Driving Stateside

By Lewis on 7th August 2017 - View Comments

Morning everyone Lewis here, sorry it’s been so long since our last blog but I’ve been on my holidays travelling the east coast of America. Whilst on my travels I drove from Orlando Florida down the east coast to Miami in South Florida so I thought this week I would return with a blog about driving stateside.

I’ve had plenty of experience driving on the right hand side of the road in many European countries and I’ve also driven a left-hand drive car on a racetrack here in the UK but this was my first experience driving on the wrong side of the road and on the wrong side of the car. Interesting…

Before picking up the hire car I decided to do a little bit of research about driving in America, especially in regards to the common do’s and don’t’s along with the basic rules of the road just so I was clued up prior to my 400 mile trip down south.

So this is what I found out; the speed limit in built-up areas is 35 miles an hour, slightly faster than here in the UK at only 30 miles an hour. When it rains lights must be on outside the vehicle and it appears that you don’t necessarily have to stop at zebra crossings or stop lines at the end of junctions although there is still some confusion about this.
I also find out that driving with alcohol in the cab of the car in Florida is illegal and all alcohol related products must be stored in the trunk of the vehicle (or the boot if you prefer)

When I started driving from Orlando I noticed that drivers can perform a ‘U’ turn on every block, it was hard to see most people turning because most vehicles don’t have conventional indicators like here in the UK but instead used brake lights as indicators.

Our journey took us from Orlando to Miami, approximately 400 miles along the Interstate 95. During the journey there were a lot of differences with the freeway compared to the UK motorway such as services being in the central area of the carriageway and can be accessed from both sides instead of having two separate services on the outer edges of carriageway back here.
I also noticed that lorries could actually travel at the same speed as all of the traffic unlike here where LGV’s have to travel usually several miles per hour slower.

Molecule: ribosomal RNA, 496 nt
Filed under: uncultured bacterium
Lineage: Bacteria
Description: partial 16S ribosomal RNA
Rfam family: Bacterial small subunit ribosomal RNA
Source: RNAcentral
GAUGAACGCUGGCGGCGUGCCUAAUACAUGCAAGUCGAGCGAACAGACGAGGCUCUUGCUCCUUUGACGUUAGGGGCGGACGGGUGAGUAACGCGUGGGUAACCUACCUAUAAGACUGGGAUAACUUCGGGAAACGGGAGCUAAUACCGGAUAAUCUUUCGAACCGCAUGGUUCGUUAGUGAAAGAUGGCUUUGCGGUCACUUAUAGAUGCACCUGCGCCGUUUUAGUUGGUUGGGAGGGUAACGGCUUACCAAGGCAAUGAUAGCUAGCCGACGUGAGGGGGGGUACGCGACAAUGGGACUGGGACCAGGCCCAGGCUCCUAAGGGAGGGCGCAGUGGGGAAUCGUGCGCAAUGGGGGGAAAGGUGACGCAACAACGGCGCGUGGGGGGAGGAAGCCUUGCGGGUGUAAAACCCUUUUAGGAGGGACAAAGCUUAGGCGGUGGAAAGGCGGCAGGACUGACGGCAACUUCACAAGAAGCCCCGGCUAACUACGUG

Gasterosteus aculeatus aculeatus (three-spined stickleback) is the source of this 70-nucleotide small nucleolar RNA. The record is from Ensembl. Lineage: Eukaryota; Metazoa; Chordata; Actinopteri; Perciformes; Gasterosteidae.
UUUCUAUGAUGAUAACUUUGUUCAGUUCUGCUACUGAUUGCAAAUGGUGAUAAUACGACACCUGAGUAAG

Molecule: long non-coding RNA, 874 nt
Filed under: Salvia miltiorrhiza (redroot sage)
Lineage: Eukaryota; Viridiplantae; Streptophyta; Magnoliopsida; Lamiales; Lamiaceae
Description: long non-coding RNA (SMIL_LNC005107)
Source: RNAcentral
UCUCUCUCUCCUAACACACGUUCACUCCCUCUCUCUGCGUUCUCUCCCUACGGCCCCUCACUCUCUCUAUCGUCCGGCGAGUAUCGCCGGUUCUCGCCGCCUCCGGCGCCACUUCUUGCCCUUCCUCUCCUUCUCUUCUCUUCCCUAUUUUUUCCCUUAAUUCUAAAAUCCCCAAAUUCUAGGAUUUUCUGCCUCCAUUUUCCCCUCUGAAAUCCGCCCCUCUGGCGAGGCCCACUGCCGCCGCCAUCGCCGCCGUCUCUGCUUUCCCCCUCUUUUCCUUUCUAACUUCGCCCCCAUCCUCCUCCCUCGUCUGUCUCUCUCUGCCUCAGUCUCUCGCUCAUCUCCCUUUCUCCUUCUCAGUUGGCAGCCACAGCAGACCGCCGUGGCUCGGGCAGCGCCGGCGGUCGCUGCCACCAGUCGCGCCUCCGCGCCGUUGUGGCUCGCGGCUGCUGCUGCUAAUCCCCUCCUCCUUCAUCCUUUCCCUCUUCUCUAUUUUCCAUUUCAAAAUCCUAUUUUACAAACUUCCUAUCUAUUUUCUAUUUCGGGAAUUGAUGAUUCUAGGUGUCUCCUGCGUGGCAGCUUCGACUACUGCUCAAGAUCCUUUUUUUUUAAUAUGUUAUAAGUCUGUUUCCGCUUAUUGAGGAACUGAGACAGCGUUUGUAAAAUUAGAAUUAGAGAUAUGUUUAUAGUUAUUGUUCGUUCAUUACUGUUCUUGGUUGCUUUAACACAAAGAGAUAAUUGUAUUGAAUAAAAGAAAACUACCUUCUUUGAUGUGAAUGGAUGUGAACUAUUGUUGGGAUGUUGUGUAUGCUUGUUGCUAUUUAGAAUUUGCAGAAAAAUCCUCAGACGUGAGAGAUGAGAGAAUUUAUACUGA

Another key difference was that you could undertake as well as overtake which means passing a slow vehicle on both sides of the car. Although there were signs recommending slower traffic to keep to the far right hand lane a lot of people stayed in the middle and were being overtaken and undertaken throughout.

Miami was a maze of crossroads, America doesn’t seem to have heard of roundabouts. The crossroad procedure in America is slightly different to here in the UK, you initially get a green filter arrow allowing left turning traffic to proceed immediately, then followed by a single green circle and then the red light after, it took a little bit of working out but after some practice it started to flow nicely.

Filling the car up was also a different experience, you have to prepay for fuel and any unused fuel is then reimbursed and refunded at the kiosk. Nearly all vehicles were actually petrol cars with the price of petrol being around two dollars 30 per gallon which equates to approximately 34p a litre here, you can see why everybody drives in America. There is usually only one pump to use instead of various nozzles and then you select the grade of fuel required before filling up as normal.

We also experienced our first American yellow school bus in Miami, it turns out it’s actually state law to stop on both sides of the road if the school bus presents a stop sign as students need to cross in front or behind the bus before it moves off.

Overall it was a good experience driving in America, there was plenty of space on the road and most traffic was very pleasant, the only real downside was waiting at traffic lights unnecessarily. Anyway that’s it for my travels, please share with us your experiences of driving abroad…

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